Border Breweries (Wrexham)

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Border Breweries
Industry Alcoholic beverage
Founded 1874
Defunct 1984
Products Beer
Parent Marstons plc
The Soames Brewery chimney is still a significant landmark of the town.

Border Breweries (Wrexham) Ltd was a brewery firm formerly based in Wrexham, Wales, which at its peak was a significant element of the Welsh brewing industry.

In its various incarnations the company operated over a 150 year period, between 1834 and 1984.

History[edit]

Border Breweries had its roots in a small operation at the Nag's Head public house in Wrexham, which was run by the Rowlands family between 1834 and 1874. It was subsequently acquired by Henry Aspinall - who named it the Wrexham Brewery and expanded it substantially - before being taken over by Arthur Soames, who entrusted his 21 year old son Frederick with management. Within ten years, Frederick Soames had built up the business into a major producer.

Like their successor company, Border, Soames Brewery was associated with local sporting events. 1920s football programme

Following the financial impact of the Great Depression, Border was formed by the 1931 merger of the Soames Wrexham Brewery, then in liquidation, the nearby Island Green Brewery (dating from 1856), and the Oswestry firm of Dorsett Owen.[1] Operations were then concentrated at the Soames Brewery site.[2] Along with the Wrexham Lager Brewery, the new firm dominated the brewing industry in the town, which was itself the centre of the industry in North Wales thanks to its supply of suitable spring water.

Border distributed a variety of products during its existence, including Border Mild (a dark mild ale), Exhibition Ale and its generally well-regarded Border Bitter (marketed with slogans such as "Wine of Wales", "Thirst Come Thirst Served", and "Prince of Ales"; the writer and humourist Miles Kington, whose father was the brewery's director, commented that Border had "managed to produce damned good beer but had never come up with a good slogan").[3] The bitter was described by journalist Richard Boston, writing in 1976, as "reddish in colour, pleasant in flavour, but rather thin".[4] Border Bitter had an Original Gravity of 1034, and used Fuggles, Goldings and Whitbread Goldings Variety (WGV) hops, while Border Mild had an OG of 1030.[5] Border also bottled its own minerals. These products were sold in the firm's tied houses located throughout North and Mid Wales, Shropshire, and parts of The Potteries.

Border's branding, in its later years, featured a pale blue and white colour scheme, a pseudo-Celtic font, and a stylised red Welsh dragon (a dragon had originally been used by the Island Green Brewery; Soames had used a bridled horse as its logo). The company had a prominent role in local event sponsorship: Wrexham F.C.'s Racecourse Ground, whose land was owned by the brewery, had a "Border Stand" for many years.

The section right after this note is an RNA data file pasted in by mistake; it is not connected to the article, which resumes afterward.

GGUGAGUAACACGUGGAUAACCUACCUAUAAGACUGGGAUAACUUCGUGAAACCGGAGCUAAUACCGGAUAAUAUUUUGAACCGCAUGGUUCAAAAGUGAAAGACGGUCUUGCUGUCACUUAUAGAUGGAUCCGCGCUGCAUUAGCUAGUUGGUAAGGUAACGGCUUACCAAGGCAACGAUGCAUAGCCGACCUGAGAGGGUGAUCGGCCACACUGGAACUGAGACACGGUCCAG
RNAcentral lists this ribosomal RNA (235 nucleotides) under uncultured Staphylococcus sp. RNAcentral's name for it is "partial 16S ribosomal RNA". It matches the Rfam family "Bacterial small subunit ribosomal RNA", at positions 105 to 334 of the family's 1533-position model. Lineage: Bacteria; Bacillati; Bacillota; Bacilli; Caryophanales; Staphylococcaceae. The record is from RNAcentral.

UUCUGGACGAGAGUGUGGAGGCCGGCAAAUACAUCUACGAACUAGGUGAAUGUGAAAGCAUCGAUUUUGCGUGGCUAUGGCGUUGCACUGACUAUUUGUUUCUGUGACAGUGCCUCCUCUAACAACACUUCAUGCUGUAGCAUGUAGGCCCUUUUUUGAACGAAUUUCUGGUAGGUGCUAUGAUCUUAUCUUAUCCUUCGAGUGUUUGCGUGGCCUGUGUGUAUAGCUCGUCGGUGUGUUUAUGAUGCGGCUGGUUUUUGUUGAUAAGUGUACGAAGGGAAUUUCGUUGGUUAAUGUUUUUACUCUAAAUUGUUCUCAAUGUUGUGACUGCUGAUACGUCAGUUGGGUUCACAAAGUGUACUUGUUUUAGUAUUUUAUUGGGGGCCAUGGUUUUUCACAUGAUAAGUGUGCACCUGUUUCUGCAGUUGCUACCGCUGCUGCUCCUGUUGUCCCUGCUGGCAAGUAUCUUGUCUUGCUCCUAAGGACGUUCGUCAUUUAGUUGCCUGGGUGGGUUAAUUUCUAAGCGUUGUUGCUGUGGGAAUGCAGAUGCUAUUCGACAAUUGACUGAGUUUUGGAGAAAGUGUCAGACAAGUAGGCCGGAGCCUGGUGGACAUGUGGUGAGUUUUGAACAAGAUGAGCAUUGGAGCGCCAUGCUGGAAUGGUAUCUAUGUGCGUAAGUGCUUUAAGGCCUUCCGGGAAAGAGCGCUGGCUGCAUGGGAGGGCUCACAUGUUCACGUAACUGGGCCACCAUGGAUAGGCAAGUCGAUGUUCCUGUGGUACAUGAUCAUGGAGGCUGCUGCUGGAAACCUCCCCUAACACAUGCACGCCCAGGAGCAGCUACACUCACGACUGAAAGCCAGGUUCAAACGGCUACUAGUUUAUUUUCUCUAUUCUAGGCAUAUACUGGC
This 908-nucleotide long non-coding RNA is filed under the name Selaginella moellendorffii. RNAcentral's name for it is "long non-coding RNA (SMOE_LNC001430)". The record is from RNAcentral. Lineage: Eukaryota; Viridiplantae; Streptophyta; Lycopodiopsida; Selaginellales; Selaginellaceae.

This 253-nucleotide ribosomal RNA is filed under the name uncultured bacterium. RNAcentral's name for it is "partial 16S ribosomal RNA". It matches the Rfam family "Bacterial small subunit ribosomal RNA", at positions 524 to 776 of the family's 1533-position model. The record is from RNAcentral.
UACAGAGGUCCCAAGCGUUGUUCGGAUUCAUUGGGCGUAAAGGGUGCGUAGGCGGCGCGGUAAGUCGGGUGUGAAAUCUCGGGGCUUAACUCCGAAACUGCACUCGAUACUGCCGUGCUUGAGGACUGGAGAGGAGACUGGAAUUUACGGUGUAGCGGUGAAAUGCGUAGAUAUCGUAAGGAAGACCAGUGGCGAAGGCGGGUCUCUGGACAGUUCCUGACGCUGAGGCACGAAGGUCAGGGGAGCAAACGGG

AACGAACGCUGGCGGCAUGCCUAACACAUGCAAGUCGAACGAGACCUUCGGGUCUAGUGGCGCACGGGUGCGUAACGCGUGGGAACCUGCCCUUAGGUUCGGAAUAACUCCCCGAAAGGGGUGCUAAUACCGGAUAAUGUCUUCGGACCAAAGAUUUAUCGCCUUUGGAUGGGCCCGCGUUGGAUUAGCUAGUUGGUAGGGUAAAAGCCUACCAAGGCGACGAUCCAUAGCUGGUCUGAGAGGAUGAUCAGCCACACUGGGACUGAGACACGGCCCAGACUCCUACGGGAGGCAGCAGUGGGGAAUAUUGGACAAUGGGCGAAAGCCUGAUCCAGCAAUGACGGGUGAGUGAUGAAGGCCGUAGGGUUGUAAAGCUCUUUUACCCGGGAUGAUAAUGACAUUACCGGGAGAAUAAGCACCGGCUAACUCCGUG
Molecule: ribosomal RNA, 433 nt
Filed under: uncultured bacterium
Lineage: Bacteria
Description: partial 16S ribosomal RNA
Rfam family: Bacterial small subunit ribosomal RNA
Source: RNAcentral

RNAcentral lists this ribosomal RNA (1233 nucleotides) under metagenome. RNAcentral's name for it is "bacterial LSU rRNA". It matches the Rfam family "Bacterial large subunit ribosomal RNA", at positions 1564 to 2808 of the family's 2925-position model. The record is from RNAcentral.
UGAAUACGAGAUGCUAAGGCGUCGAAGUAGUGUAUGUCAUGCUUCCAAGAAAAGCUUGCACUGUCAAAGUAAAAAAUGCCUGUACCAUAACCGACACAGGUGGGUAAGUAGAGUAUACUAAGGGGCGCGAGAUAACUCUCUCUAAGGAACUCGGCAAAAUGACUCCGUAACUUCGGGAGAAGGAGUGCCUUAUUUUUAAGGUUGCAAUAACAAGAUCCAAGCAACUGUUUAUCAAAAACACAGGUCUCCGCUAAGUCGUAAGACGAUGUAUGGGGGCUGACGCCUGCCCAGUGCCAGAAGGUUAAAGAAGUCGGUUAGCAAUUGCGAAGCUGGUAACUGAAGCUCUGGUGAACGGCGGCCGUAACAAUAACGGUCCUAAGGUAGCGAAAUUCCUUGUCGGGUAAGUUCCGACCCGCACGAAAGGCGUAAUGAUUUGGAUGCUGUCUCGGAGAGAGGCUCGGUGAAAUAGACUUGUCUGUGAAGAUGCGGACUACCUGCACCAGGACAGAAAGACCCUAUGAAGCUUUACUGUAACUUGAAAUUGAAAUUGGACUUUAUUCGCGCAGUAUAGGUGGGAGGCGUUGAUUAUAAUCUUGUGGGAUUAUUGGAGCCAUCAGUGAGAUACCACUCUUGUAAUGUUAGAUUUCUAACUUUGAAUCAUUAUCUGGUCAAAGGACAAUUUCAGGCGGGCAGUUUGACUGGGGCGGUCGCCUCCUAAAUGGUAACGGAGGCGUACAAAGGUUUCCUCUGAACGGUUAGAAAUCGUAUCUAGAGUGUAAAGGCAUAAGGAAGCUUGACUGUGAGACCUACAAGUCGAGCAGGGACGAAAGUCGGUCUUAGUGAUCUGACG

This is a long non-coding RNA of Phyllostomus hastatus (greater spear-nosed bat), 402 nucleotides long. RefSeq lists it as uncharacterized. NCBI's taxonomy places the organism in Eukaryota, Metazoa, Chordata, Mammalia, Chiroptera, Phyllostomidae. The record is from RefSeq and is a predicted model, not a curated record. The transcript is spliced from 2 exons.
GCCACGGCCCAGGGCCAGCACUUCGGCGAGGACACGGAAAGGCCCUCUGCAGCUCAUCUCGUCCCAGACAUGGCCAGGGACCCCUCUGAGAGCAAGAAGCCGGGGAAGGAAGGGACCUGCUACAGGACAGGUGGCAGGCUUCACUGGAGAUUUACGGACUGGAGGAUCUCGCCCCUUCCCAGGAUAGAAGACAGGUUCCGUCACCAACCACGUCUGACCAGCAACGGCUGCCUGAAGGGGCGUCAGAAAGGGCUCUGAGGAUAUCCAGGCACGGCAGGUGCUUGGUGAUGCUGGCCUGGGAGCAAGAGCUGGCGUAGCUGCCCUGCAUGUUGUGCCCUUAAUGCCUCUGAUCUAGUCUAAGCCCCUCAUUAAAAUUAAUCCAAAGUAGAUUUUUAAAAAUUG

Closure[edit]

As a regional brewery, Border Breweries finally fell victim to the increasing consolidation of the UK brewing industry during the 1980s. In 1984, two larger firms, Burtonwood Brewery and Marston Thompson and Evershed, sought to acquire Border and its 170 tied houses. Border's share price rose 43p to 155p in a day on 15 February, following rumours of a bid, and subsequently rose further to 208p.[6] Marstons, thanks to the influence of Whitbread who owned a minority stake in both companies, eventually succeeded and despite public assurances to the contrary were to close the Border site within six months. They continued to produce Border products for some years under the Marstons name, though this has now ceased. Border Breweries (Wrexham) Ltd. still exists, as UK registered company 00257409, as part of Marstons.

After closure[edit]

In 1985, some of Border's former staff went on to set up the smale-scale Plassey Brewery at Eyton outside Wrexham, which still produces beer using Border recipes in some cases.[7]

The partly listed Border premises in Tuttle Street, Wrexham have been converted into flats, while the adjacent Nag's Head, where the company had its origins, remains open as a pub. The brewery's chimney, a prominent Wrexham landmark, was purchased by the then local Member of Parliament John Marek to save it from demolition.

References[edit]

  1. ^ Blocker, J. S. et al, Alcohol and Temperance in Modern History, 2003, p.643
  2. ^ Wrexham Planning - Former Border Brewery, Wrexham
  3. ^ Kington, M.A Motto That I Can Drink To, The Independent, 05-09-02
  4. ^ Boston, R. Beer and Skittles, Collins, 1976, p.208
  5. ^ Howarth, L. The Home Brewer's Recipe Database, iUniverse, 2004, p.368
  6. ^ Glover, B. Prince of Ales: the history of brewing in Wales, Sutton, 1993, p. 183
  7. ^ Town's beer back after 20 years, BBC News, 07-04-07